China's banking and insurance regulator on Wednesday urged banks to continue increasing lending to smaller firms and further cut their financing costs, as policymakers work to avert an economic slowdown. Big state-owned commercial banks should increase outstanding loans to smaller companies by more than 30 percent in 2019, the CBIRC said, adding that it would also increase its tolerance for non-performing loans at small companies. Chinese banks have been wary of lending to smaller firms with higher credit risks, preferring state-backed customers. But authorities have been urging lenders to help keep cash-strapped private firms afloat, sparking concerns that looser lending standards will expose banks to more bad loans.
USDA’s daily export sales reporting services said no large sales were reported in the past 24 hours, a small disappointment with some looking for additional soy sales to China or even some larger corn or wheat business after recent price weakness. On Monday, USDA announced 926,000 MT of soybeans sold to China and 664,000 MT were announced sold to China on Friday.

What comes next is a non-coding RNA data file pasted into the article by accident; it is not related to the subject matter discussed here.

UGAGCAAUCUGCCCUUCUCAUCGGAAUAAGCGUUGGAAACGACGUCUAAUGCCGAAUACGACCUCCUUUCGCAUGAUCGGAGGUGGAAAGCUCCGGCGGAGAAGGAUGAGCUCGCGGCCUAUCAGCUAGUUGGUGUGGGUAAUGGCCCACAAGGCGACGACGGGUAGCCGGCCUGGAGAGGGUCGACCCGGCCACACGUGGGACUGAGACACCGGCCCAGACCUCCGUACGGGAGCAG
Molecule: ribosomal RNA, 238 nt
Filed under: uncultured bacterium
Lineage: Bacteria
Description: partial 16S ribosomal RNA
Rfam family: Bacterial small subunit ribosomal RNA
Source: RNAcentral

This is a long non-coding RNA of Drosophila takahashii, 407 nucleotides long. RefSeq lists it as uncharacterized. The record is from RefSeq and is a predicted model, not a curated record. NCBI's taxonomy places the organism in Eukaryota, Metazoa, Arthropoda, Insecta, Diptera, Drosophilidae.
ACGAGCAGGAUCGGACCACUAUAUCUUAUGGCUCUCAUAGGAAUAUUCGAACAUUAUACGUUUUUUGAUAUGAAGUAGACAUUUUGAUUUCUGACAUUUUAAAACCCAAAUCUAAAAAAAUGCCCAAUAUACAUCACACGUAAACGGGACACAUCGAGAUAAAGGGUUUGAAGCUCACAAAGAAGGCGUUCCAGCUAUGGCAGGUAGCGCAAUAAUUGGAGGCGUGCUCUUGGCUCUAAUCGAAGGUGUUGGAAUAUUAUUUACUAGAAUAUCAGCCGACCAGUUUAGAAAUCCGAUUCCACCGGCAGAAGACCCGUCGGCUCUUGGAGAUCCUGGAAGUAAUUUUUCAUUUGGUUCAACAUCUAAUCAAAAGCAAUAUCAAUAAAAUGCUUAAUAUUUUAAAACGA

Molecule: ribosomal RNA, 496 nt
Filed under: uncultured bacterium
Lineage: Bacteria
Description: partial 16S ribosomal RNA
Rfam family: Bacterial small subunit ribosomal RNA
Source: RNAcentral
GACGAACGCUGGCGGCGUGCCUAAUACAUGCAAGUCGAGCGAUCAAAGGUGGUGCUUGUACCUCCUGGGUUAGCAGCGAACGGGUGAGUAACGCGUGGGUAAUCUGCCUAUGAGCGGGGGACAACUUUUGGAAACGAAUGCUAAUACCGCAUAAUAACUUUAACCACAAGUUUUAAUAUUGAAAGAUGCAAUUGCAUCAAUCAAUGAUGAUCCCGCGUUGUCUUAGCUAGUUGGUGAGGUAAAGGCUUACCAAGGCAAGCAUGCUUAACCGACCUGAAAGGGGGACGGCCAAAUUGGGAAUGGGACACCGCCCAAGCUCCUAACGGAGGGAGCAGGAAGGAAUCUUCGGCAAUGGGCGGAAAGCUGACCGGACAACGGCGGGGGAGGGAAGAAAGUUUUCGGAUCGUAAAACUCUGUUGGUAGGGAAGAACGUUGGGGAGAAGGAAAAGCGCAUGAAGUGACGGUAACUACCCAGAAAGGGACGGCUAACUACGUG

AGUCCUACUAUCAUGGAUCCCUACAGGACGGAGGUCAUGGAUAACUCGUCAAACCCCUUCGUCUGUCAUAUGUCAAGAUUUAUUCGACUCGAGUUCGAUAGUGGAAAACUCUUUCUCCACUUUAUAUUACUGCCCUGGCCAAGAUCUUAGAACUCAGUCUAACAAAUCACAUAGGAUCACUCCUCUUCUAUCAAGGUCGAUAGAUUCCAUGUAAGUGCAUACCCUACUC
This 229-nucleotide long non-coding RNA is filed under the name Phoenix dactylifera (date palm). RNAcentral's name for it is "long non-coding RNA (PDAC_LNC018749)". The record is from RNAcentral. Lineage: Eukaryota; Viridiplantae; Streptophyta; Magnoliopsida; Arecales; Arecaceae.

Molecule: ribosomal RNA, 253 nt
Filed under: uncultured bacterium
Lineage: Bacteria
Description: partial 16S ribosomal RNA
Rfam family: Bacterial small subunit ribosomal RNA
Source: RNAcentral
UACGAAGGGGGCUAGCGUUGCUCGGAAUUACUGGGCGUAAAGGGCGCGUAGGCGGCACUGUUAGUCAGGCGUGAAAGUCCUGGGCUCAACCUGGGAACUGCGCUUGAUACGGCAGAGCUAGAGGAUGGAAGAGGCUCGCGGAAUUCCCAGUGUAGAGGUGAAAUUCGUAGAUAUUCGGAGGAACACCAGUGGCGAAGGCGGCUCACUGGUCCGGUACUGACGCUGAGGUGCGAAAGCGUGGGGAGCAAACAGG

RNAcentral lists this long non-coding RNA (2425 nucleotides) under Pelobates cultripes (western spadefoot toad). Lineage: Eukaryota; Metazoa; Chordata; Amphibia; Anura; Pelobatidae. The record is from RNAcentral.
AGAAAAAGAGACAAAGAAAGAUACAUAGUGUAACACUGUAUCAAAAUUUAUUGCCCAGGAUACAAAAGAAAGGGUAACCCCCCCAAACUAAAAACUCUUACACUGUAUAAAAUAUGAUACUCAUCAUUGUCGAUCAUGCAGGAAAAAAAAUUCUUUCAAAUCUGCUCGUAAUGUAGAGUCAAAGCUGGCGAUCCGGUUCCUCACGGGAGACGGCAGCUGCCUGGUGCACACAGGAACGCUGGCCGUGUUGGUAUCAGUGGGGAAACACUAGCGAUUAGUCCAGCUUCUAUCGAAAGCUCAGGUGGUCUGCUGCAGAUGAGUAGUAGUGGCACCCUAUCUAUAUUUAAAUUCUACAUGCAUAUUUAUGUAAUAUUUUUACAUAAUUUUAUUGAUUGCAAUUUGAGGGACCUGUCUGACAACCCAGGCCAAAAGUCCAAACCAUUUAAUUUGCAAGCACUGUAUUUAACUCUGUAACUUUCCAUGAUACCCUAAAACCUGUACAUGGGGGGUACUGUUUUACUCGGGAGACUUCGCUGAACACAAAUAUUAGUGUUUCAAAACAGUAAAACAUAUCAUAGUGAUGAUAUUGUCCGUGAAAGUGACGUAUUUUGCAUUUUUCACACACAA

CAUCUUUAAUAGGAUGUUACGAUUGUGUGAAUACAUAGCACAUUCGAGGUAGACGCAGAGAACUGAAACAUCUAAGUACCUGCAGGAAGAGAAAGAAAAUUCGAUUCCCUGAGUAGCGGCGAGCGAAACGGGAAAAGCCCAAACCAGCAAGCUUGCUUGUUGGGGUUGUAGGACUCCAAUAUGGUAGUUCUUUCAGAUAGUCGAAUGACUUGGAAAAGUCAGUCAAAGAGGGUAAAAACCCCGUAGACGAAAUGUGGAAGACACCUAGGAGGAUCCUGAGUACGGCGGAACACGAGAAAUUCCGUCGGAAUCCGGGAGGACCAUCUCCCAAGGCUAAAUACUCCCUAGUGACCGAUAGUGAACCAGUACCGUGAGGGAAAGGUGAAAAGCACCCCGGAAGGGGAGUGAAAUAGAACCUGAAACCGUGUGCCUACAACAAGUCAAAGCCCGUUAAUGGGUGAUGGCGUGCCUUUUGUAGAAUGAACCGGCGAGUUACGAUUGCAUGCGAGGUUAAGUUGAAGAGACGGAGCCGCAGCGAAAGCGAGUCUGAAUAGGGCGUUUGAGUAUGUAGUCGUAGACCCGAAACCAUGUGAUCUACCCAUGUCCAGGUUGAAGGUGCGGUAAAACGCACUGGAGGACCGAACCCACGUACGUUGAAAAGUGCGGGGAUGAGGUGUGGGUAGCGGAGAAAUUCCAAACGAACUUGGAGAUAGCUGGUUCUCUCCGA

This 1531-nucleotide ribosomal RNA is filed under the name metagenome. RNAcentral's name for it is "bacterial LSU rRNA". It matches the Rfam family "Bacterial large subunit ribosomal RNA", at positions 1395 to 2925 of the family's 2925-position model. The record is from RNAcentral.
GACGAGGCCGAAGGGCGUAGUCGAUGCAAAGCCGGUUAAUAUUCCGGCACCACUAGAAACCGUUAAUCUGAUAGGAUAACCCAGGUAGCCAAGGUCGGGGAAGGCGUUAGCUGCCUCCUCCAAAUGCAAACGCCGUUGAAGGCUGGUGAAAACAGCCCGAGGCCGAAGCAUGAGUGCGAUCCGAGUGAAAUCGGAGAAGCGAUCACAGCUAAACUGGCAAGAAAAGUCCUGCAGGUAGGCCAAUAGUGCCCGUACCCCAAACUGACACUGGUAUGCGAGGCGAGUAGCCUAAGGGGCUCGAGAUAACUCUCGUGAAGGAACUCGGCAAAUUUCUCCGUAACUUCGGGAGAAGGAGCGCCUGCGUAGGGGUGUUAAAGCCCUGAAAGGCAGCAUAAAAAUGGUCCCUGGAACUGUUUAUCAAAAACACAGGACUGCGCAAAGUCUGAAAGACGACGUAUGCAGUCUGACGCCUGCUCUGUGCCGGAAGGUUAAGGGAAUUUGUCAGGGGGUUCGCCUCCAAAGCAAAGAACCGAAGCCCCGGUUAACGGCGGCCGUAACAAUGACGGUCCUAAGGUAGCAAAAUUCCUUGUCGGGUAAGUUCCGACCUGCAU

Corn market are seen slightly lower, mostly following weakness in the wheat markets. Yesterday’s rally in corn was accompanied by a strong gain of more than 18,000 contracts, which suggest most of the buying was not short covering by funds holding large net-short positions. The National Weather is raising flood risks for most of the central U.S. river systems from North Dakota to Louisiana for the next two weeks as these weeks major storm with heavy snow in the west and heavy rain in central and eastern areas will begin a rapid snow melt and keep soils saturated. The next big storm is not seen until after March 24. The U.S. Environmental Protection Agency on Tuesday released its proposed rule lifting a summer ban on higher-ethanol blends of gasoline, putting the agency on a collision course with Big Oil which has called the move illegal, promising the law may be delayed in the courts.